In accordance with one form of this invention there is provided an apparatus for dispensing a slurry containing an amount of solid material. The apparatus includes a tank which initially receives the slurry. The tank has upper and lower portions. There is an opening in the lower portion of the tank. One end of a conduit is connected to the opening. The other end of the conduit is connected to a pump. A substantial portion of the conduit is inclined with the end which is attached to the opening in the tank being at the lowest level. Preferably the pump is elevated above the opening. Thus the slurry may be pumped from the tank and any solid particles remaining in the conduit will flow back into the tank when the pumping ceases, thereby reducing the possibility of clogging. Preferably the tank is agitated to keep the slurry in suspension. Also it is preferred that the conduit diameter be large enough and its length short enough so that agitation will also occur within the conduit. The preferred slurry is a lime slurry. It is further preferred that the conduit be a plastic tube and at an angle of at least 30° with respect to the horizontal.
In another form of this invention there is provided an apparatus for dispensing or metering a slurry containing an amount of solid material including a tank for initially receiving the slurry. A pump having an input and output is provided. The input of the pump is connected to the tank through a tube. A source of fluid under pressure is connected to the output of the pump thereby providing a back pressure on the pump, increasing the speed of the slurry from the output of the pump, and further diluting the slurry. If the source of fluid, such as water, is nigh in CO2 and if the slurry is a lime slurry, a removable reaction chamber may be connected to the output of the pump and to the source of fluid to permit calcium carbonate to form in the reaction chamber rather than in other places in the apparatus.
In accordance with another form of this invention there is provided a method of dispensing lime including the steps of: forming a lime slurry having solid content of less than 35%; adding the slurry to a tank; agitating the slurry in the tank wherein most of the solids remain substantially suspended; permitting the slurry to flow out of the tank from an opening in the lower portion thereof; pumping the slurry from the tank through a first tube connected to the opening in the tank with a pump which is elevated from the opening.
The subject matter which is regarded as the invention is set forth in the appended claims. The invention itself, however, together with further objects and advantages thereof may be better understood by reference to the following description taken in conjunction with the accompanying drawings in which:
FIG. 1 is a schematic diagram showing the metering system of the subject invention.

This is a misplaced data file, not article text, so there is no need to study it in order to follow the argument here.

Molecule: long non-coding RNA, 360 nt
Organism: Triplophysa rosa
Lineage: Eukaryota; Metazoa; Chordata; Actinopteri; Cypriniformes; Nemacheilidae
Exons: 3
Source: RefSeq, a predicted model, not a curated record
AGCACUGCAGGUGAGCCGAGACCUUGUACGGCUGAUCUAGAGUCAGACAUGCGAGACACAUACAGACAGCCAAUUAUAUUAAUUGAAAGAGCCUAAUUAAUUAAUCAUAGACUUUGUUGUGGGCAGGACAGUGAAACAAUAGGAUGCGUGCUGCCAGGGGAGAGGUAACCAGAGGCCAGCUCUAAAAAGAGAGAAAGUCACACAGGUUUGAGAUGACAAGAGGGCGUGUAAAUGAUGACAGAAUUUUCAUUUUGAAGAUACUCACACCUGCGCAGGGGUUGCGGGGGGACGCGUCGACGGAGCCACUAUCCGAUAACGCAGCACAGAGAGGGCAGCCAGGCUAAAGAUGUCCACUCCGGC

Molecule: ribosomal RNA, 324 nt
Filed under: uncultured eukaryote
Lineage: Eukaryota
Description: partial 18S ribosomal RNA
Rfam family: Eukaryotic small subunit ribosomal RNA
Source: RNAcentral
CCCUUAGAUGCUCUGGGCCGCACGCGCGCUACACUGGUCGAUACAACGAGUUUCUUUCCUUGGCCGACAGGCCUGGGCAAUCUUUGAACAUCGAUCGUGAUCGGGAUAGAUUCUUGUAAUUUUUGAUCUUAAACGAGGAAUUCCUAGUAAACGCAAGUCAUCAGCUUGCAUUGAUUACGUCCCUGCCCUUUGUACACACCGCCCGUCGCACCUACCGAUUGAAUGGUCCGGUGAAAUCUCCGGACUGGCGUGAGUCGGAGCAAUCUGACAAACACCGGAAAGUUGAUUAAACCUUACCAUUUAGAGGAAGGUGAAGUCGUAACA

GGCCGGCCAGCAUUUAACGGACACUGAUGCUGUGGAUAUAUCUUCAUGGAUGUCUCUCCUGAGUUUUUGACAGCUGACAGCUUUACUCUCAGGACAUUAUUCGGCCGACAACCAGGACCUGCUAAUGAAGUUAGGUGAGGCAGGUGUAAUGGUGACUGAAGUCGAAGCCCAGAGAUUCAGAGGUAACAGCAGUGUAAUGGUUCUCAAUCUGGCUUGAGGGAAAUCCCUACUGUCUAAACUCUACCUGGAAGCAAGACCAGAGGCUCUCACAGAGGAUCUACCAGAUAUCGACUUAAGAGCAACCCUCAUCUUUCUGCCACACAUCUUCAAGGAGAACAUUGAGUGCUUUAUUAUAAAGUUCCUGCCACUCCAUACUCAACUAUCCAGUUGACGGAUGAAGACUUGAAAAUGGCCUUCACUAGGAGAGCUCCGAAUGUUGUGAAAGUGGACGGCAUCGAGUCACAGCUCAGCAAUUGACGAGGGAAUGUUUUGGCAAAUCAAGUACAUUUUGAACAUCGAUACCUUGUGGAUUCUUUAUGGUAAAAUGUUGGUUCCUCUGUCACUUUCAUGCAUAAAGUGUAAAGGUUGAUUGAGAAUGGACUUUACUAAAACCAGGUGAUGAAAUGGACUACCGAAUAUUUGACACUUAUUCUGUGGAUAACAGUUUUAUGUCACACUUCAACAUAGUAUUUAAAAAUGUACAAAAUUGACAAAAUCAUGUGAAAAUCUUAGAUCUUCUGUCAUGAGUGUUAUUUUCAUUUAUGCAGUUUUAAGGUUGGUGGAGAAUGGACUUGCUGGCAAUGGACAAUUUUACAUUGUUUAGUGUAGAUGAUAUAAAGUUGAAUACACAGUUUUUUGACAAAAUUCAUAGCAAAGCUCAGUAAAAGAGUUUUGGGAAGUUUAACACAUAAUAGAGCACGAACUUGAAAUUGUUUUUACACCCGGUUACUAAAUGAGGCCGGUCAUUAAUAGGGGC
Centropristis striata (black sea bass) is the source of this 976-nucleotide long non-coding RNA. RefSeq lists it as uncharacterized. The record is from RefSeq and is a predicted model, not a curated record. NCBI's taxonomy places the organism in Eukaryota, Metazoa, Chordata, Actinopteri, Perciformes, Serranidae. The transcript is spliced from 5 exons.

FIG. 2 is a simplified side elevational view showing portions of the apparatus of FIG. 1.
FIG. 3 is a sectional view showing a portion of the pump of FIG. 1 in the discharge mode.
FIG. 4 is a partial side elevation showing an alternative to the embodiment of FIG. 1.
FIG. 5 is a sectional view of a portion of the embodiment of FIG. 4 taken through section line 5--5.
Referring now more particularly to FIGS. 1 and 2, there is provided lime slurry dispensing or metering system 10 including holding tank 12 for holding and receiving the lime slurry. Preferably the lime slurry is calcium hydroxide having 10-15% solids with the remainder being water. Mixer agitator 14 includes propellers 16 to keep the lime slurry in a suspension. In order to maintain the slurry in suspended form, the velocity of rotation of the propellers should be between 45 and 100 rpm's. The tank also includes baffles 23 and 25 to assist in maintaining the slurry in a suspended state.
A fresh water input tube 18 is connected to the top portion 20 of tank 12. Line 59 is connected to the top 20 of tank 12 for adding lime to the tank in concentrated (30% to 35% solids) slurried form.
Conduit 19 includes tube 26, valve 30, and tube 36. Tube 26 is connected to the bottom portion 24 of tank 12 through opening 28 in the wall of the tank by means of connector flange 27 which is bolted to O-ring 29 which may be welded or bolted to the tank. Preferably tube 26 is inclined 45° from the horizontal although an acceptable range of inclination from the horizontal is from 30°-65°. Tube 26 should be at least one inch in diameter and should be no longer than two feet between its connection at opening 28 to its connection to valve 30, although it is preferred that the length of tube 26 be no more than six inches. This short length and relatively large diameter is provided so that the lime slurry which exists within tube 26 will be agitated by the action of the propellers 16. Tube 26 is at an angle as set forth above so that any solid materials remaining in the tube will flow back into the tank for further agitation rather than remaining in the tube which could clog the tube by the formation of calcium carbonate scale. Pump 34 is located approximately two vertical feet above opening 28.
A second tube 32 is connected to the other side of valve 30 and to pump 34. This tube may be a smaller diameter than tube 26, however it is preferred that the diameter be at least 3/4". The diameter of this tube is governed by the diameter of the input connector 51 of pump 34.
The output of pump 34 is connected to tube 36. Tube 32 and tube 26 as well as the other tubes set forth herein are preferably flexible PVC. PVC tube 38 is connected to tube 36. Tube 38 is further connected to a source of fresh water 40 which is under pressure, preferably 60 psi. Water pressure in tube 38 provides a back pressure to the pump 34 so that lime slurry is not inappropriately siphoned through the pump. The pressurized water from tube 38 also increases the velocity and forces the lime slurry along tube 38 to water to be treated such as pre-water stage 42.